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Assessing The Rest Of The Pacific Division

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The Vegas Golden Knights are sitting pretty atop the Pacific Division with 16 points. That’s good enough to tie the Boston Bruins for best in the NHL as well. While the Knights are cruising through the league thanks to Jack Eichel and crew, they must take care of their division first.

While that’s easier said than done, they can do it. That’s especially true with their hot start, which puts them in a comfortable position on top. Let’s take a look at how much of a threat each team is, from the jokes to the juggernauts.

Obviously, the following teams aren’t to be taken seriously, starting with the San Jose Sharks. Gone are the glory days of Joe Thornton and Patrick Marleau putting the team on their backs. Now, the organization is in a rebuild, trying to get the Stanley Cup. We don’t talk about the Sharks like we don’t talk about Bruno.

Any team that starts the season on a seven-game losing streak shouldn’t be taken seriously, either. I’m looking at you, Vancouver Canucks. There are all sorts of dysfunction in Vancouver, with the blame being placed everywhere. It’s looking like the Canucks will miss the playoffs for another year. Ignore them.

The Anaheim Ducks might not make the playoffs, either. However, they do have Trevor Zegras, who’s the future franchise cornerstone. The rising star will be a vital piece for the Ducks organization going forward, so Vegas must be careful moving forward. But for now, they’re a non-factor once Zegras is removed from the equation.

One team that might make some noise this season is the Seattle Kraken. I like Seattle’s goaltending tandem and Matty Beniers (four goals, four assists) is a nice young piece. He’s the Kraken’s version of Zegras, making himself the cornerstone piece in the Emerald City.

Another aspect of Seattle’s game is puck distribution. Every Kraken player has an assist this season, with 12 skaters having at least three assists. That explains why Seattle is fifth in expected goal percentage (56.95%). Their even distribution gives every playmaker a chance, making them tough to defend. This team knows how to create scoring opportunities, which will be tricky for Vegas to handle. Taking away these opportunities and winning the puck possession battle is vital.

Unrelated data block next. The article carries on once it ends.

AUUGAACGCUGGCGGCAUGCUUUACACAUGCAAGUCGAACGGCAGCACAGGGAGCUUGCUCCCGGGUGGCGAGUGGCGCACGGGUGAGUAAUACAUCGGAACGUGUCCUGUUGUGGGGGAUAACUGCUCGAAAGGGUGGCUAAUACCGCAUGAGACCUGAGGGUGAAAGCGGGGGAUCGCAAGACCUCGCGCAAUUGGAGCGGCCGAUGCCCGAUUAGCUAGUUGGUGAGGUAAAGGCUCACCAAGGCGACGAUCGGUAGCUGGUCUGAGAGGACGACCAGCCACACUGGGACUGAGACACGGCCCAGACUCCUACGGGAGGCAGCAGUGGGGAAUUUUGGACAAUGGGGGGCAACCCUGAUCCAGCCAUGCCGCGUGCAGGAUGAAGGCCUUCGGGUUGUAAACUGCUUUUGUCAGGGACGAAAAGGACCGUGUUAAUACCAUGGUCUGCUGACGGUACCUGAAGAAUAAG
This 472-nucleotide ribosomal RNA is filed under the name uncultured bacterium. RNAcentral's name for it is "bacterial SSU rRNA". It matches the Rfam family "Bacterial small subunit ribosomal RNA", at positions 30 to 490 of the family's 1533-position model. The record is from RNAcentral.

Also, keep an eye on the Los Angeles Kings. Last season, L.A. dealt with a myriad of injuries last season and still made the Stanley Cup Playoffs. Kevin Fiala (two goals, seven assists)  and Gabriel Vilardi (seven goals this season) are excellent playmakers, creating opportunities with their hands and creativity.

The Kings are also a young hockey team (28th in the NHL regarding average age at 26.43). Los Angeles’s core has staying power and their front office is making the right moves, starting with signing Hiala long-term. They’re easily the best California team in the NHL and will hold this title for years to come.

Now it gets harder from here. These next two teams will cause the Golden Knights problems this season. Their philosophies might be different, but they’ll be troublesome for Vegas throughout the year.

Let’s start with the Calgary Flames. While they lost Johnny Gaudreau this off-season, they added Nazem Kadri. The former Avs star is making an impact in Calgary, with four goals and five assists so far. He has gotten the Flames going thus far, making them a potent force.

What isn’t talked about is how they score at the right time. While the Flames don’t score much, they score when it’s needed. Calgary sits at 10th in expected goal percentage at 52.21%, which is a testament to their positioning. Taking away their lanes and opportunities is vital to beating them.

The other monsters are the Edmonton Oilers. Everyone knows what Connor McDavid and Leon Draisaitl can do as a duo. Those two can cause issues for the Vegas Golden Knights and beyond. However, there are other problems for Vegas, such as Ryan Nugent-Hopkins (five goals) and Zach Hyman (six goals).

The Oilers score goals in bunches, which makes them a tough team. But they’re also getting contributions from unexpected places. Stuart Skinner (1.59 GAA, .955 SV%) has been a positive for Edmonton. Evander Kane (six assists) has surprised the masses in a new environment, post-gambling issues. There’s a reason why they made the Western Conference Finals last season, with key players in low places being the case.

Granted, both teams are older (tied for fifth for average age with an average of 28.33) and will likely fall off soon. However, the Golden Knights will have their hands full with these two teams in 2022-2023. Whether it’s the timely Flames or the offensive juggernaut in Edmonton, holding their division lead won’t be easy.

What can Vegas do? For starters, be strong on special teams. Edmonton has the second-best power play in the NHL now (33.3%) and Calgary (26.9%, good for eighth) isn’t far behind. Killing off penalties when needed is key, which is what Bruce Cassidy was brought in for. His special teams acumen should save the Knights this season, especially when facing the Flames and Oilers.

Another aspect is goaltending. Not having Lehner due to hip surgery stinks. However, Logan Thompson and Adin Hill must hold strong in his absence. Having a strong defensive-minded unit helps, which is why Vegas goaltenders are averaging the lowest GAA thus far (1.70).

Getting off to a hot start was much needed for the Golden Knights, especially after missing the postseason last year. But maintaining that start requires beating up on the division. If Vegas can mow through the Pacific this season, watch for them to make noise in the NHL.

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